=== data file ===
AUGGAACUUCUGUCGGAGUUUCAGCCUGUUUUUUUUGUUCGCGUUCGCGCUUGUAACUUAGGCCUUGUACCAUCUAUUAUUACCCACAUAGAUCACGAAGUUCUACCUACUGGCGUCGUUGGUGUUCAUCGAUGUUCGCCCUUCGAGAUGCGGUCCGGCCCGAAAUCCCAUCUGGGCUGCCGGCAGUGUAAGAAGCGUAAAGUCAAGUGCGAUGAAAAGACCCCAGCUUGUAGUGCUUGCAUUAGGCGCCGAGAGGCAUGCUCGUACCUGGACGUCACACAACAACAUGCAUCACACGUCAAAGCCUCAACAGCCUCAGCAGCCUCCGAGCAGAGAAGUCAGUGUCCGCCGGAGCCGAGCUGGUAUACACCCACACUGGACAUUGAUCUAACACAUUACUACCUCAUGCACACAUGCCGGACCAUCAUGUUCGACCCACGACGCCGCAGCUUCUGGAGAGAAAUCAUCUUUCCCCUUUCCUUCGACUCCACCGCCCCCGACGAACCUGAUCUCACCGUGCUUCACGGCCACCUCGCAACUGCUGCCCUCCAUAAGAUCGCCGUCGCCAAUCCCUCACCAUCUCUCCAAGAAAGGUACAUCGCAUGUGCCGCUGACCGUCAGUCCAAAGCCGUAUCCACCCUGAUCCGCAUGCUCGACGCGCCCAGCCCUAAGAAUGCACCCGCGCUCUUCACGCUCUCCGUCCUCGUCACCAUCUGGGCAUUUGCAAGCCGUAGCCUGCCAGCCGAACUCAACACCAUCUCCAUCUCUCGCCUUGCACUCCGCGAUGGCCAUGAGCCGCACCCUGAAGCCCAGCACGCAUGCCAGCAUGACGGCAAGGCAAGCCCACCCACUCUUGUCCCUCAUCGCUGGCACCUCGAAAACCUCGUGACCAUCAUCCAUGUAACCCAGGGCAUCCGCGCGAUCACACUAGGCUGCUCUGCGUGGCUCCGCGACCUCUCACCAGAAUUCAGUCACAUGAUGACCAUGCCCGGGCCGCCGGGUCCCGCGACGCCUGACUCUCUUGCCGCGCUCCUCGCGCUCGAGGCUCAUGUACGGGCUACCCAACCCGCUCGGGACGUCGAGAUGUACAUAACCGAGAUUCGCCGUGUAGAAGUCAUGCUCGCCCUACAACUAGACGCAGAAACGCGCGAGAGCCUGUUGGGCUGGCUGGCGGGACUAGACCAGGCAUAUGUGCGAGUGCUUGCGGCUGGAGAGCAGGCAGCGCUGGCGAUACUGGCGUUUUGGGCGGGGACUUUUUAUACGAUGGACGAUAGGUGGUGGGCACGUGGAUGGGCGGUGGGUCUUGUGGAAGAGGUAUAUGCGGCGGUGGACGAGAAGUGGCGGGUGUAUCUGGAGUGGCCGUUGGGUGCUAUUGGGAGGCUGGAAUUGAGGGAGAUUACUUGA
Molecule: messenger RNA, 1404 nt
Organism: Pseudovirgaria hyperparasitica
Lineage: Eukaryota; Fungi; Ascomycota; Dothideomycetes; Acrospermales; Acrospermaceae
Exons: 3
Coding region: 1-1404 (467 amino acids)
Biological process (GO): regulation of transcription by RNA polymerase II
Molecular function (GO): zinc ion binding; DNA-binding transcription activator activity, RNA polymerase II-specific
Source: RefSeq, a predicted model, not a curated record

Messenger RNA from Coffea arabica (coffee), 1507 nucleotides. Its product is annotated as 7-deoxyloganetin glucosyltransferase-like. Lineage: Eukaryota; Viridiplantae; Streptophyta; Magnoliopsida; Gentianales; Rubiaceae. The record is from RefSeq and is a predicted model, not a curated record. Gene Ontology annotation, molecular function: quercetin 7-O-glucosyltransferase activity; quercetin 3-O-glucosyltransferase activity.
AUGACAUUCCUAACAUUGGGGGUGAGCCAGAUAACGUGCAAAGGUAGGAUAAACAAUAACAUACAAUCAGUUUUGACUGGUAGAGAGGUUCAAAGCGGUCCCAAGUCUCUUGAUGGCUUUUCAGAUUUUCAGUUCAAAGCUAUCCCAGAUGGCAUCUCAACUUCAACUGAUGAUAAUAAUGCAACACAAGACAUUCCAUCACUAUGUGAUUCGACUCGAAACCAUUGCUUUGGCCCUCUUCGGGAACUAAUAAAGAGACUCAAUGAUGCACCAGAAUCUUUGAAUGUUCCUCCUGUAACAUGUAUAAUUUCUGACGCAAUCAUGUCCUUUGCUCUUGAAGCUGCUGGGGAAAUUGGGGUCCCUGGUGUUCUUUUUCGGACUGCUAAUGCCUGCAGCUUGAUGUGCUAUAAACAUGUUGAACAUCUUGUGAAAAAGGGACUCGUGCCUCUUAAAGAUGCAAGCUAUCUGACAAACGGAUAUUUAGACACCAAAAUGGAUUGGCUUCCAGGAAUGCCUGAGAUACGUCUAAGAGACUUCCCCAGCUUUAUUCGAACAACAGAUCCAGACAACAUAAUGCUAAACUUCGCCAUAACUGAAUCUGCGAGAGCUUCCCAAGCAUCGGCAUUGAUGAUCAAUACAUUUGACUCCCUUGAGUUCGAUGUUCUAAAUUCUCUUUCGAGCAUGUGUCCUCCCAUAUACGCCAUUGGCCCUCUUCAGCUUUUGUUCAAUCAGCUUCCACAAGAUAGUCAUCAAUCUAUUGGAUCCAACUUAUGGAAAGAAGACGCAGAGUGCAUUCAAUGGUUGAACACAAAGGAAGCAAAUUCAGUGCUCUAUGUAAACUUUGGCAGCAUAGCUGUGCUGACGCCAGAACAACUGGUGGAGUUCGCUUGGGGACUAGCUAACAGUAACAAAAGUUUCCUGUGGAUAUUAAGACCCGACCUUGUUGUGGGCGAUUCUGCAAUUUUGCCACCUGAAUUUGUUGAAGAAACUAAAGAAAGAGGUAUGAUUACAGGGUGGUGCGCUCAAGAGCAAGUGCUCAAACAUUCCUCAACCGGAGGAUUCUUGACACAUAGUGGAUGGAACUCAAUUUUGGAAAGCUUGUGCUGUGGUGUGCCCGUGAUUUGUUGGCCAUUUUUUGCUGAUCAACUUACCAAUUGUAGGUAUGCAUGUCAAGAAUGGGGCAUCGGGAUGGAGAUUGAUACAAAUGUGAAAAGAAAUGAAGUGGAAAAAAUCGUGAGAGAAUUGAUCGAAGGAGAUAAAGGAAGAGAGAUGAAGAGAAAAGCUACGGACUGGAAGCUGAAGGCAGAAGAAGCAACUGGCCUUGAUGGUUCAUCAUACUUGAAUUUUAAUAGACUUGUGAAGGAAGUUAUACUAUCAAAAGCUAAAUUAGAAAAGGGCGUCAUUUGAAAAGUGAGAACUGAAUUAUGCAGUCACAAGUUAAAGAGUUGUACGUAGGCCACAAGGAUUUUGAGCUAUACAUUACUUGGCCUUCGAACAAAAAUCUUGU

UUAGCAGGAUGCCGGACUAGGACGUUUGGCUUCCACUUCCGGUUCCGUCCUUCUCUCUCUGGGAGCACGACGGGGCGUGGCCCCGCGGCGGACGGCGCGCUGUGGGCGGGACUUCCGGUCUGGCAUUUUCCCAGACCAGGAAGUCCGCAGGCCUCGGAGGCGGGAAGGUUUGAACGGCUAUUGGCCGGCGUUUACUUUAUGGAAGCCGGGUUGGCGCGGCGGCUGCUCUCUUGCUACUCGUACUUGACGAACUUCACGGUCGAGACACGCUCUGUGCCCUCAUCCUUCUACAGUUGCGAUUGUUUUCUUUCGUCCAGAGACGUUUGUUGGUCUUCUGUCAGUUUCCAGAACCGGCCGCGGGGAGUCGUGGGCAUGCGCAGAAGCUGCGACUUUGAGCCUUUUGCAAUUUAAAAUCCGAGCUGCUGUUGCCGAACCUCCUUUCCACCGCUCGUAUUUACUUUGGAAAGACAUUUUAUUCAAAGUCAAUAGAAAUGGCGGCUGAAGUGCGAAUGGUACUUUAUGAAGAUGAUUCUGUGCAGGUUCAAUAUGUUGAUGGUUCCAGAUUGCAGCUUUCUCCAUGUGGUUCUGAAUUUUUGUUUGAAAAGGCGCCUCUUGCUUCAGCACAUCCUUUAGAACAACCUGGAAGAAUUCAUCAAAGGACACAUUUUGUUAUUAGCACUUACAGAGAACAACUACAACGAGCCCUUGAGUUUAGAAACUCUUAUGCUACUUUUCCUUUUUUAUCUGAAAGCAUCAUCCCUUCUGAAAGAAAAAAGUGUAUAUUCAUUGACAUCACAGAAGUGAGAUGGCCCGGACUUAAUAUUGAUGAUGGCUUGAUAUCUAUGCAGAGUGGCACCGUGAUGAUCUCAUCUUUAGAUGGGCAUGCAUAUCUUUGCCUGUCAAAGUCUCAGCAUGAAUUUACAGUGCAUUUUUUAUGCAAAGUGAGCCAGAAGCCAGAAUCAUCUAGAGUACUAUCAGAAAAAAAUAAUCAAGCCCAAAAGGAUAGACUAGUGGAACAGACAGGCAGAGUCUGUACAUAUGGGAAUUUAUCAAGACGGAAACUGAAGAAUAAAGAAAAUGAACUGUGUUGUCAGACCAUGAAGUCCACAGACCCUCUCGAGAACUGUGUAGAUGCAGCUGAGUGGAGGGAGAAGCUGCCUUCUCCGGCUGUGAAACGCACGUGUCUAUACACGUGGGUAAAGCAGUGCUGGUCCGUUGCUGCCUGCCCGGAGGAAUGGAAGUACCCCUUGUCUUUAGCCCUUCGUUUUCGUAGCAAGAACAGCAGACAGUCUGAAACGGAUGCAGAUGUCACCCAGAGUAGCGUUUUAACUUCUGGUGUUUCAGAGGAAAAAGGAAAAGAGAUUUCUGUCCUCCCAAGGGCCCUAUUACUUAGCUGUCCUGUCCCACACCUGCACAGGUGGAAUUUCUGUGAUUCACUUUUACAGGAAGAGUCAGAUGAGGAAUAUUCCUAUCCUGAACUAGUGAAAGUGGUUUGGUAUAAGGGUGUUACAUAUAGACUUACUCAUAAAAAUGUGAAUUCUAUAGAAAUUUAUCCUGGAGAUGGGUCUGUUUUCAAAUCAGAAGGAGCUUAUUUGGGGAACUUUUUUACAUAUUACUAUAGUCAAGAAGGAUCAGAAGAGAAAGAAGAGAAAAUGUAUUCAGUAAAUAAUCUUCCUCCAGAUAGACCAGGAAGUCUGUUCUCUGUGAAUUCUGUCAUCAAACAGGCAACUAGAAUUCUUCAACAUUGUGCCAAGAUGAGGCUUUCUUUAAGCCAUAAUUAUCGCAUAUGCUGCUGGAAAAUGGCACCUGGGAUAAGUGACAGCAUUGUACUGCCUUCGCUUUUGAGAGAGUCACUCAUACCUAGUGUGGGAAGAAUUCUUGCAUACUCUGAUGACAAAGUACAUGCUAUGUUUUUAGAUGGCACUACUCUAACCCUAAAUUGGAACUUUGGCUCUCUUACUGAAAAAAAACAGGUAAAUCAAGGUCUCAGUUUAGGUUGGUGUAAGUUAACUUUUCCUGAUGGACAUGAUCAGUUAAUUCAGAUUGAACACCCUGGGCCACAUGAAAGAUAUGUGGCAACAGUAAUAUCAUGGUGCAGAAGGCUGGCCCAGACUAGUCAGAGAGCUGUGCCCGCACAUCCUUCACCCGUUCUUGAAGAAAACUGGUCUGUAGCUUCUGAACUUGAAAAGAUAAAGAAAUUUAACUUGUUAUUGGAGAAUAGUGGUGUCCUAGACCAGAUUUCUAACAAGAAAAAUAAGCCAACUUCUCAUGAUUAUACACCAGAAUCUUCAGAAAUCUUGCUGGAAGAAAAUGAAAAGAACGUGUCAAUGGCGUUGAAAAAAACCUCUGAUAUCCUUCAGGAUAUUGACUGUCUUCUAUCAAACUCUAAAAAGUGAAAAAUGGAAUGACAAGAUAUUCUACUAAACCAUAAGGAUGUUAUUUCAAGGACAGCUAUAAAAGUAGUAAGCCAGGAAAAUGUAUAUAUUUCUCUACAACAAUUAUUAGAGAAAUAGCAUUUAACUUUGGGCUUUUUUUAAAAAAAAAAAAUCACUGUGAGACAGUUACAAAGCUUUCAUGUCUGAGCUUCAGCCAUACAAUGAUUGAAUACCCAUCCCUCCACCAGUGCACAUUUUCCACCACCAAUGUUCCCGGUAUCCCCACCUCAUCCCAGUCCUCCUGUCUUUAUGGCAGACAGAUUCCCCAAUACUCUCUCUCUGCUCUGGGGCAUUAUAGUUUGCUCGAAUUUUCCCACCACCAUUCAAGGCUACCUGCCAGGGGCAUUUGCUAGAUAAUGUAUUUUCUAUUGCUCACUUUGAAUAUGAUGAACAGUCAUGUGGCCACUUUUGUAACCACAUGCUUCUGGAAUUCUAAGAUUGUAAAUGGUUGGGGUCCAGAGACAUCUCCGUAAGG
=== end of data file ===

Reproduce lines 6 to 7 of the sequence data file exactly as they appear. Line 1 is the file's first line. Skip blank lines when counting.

Coding region: 1-1404 (467 amino acids)
Biological process (GO): regulation of transcription by RNA polymerase II